U.S. OIL PRICES UP
Under pressure from their lenders, cash-strapped US shale companies risk snuffing out oil's nascent recovery by rushing to lock-in higher prices through the sale of future production.
Oil prices have rallied by almost 50 per cent since dropping below $30 a barrel in January, tempting producers to grab any price that will allow them to keep operating through the worst commodity crash in more than 20 years.
The number of active US oil futures contracts for delivery in December 2017 has leapt by almost 40 per cent since January, data from exchange operator CME Group show, in a clear indication of increased hedging activity.
Heavily indebted producers operating in the shale fields of North Dakota and Texas are some of the most exposed to a prolonged price slump, and US banks, which are reviewing their lending to the sector, are leaning on them to find ways to ensure they can keep going.
The benchmark West Texas Intermediate contract for delivery in December 2017 has reached $46 a barrel in the last eight weeks, a price level at which an increasing number of companies believe they can be profitable.
Some smaller producers that have had to hedge have also bought call options so they can still benefit if prices continue to recover. Open interest in the $50 call option for December 2017 has risen more than sixfold to around 13,000 contracts since the beginning of the year.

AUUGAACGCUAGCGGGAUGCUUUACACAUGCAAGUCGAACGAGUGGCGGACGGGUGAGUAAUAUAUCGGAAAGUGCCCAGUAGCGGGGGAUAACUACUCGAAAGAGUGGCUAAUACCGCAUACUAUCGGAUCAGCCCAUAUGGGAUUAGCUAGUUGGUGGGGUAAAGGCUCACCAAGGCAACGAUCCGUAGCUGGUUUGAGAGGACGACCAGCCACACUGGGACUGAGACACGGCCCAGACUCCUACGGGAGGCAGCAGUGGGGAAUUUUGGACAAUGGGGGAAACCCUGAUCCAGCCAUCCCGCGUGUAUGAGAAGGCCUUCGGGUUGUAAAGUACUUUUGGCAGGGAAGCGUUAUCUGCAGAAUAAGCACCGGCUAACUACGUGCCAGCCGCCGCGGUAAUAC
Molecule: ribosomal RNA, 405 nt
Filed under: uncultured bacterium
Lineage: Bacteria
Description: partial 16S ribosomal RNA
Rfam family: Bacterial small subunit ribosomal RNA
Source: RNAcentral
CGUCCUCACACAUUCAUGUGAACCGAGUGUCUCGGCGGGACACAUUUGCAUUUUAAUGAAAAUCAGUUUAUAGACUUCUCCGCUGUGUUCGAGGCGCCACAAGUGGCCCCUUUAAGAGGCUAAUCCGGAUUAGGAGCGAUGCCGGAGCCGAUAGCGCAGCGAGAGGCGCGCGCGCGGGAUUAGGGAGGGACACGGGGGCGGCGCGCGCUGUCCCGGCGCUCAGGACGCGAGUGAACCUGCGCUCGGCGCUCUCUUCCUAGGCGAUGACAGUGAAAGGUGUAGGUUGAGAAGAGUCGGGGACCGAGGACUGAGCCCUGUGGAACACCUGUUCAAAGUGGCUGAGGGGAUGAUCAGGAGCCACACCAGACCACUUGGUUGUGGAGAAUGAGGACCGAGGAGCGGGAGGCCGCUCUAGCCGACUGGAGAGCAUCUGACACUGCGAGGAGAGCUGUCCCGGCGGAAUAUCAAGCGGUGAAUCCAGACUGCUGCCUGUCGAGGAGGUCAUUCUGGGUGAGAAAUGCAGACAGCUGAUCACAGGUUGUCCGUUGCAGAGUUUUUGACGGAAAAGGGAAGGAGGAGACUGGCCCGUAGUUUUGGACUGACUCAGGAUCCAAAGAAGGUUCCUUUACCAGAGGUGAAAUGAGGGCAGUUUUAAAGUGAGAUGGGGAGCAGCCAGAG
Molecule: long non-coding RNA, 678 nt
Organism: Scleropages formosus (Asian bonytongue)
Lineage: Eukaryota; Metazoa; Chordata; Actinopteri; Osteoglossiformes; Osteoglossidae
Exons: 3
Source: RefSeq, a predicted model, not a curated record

Another indication that producers have been selling contracts for later delivery is that spreads have narrowed. The price difference between WTI contracts for immediate delivery and December 2017 has shrunk to around $8.40 a barrel, from more than $12 a barrel in mid-February.
The price recovery is also complicating efforts between major producing countries to agree to freeze production.
While oil remains well below the $100 a barrel level it averaged between 2010 and 2014, the recent recovery has reduced the pressure on Opec and non-Opec countries to reach a quick deal.
Plans to meet in Moscow on March 20 have reportedly been pushed back, as countries disagree over the location, date and how to include Iran, as sanctions targeting its exports were only lifted two months ago.
Brent crude oil, the international benchmark, slipped 3 per cent to below $40 a barrel yesterday while WTI fell 2 per cent to $37.50 a barrel as traders took profits after the recent recovery.
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IMF - Output grew by 3.8 percent in 2017, underpinned by a resilient non-hydrocarbon sector, with robust implementation of GCC-funded projects as well as strong activity in the financial, hospitality, and education sectors. The banking system remains stable with large capital buffers. Growth is projected to decelerate over the medium term.
IMF - Higher oil prices and short-term portfolio inflows have provided relief from external and fiscal pressures but the recovery remains challenging. Inflation declined to its lowest level in more than two years. Real GDP expanded by 2 percent in the first quarter of 2018 compared to the first quarter of last year. However, activity in the non-oil non-agricultural sector remains weak as lower purchasing power weighs on consumer demand and as credit risk continues to limit bank lending.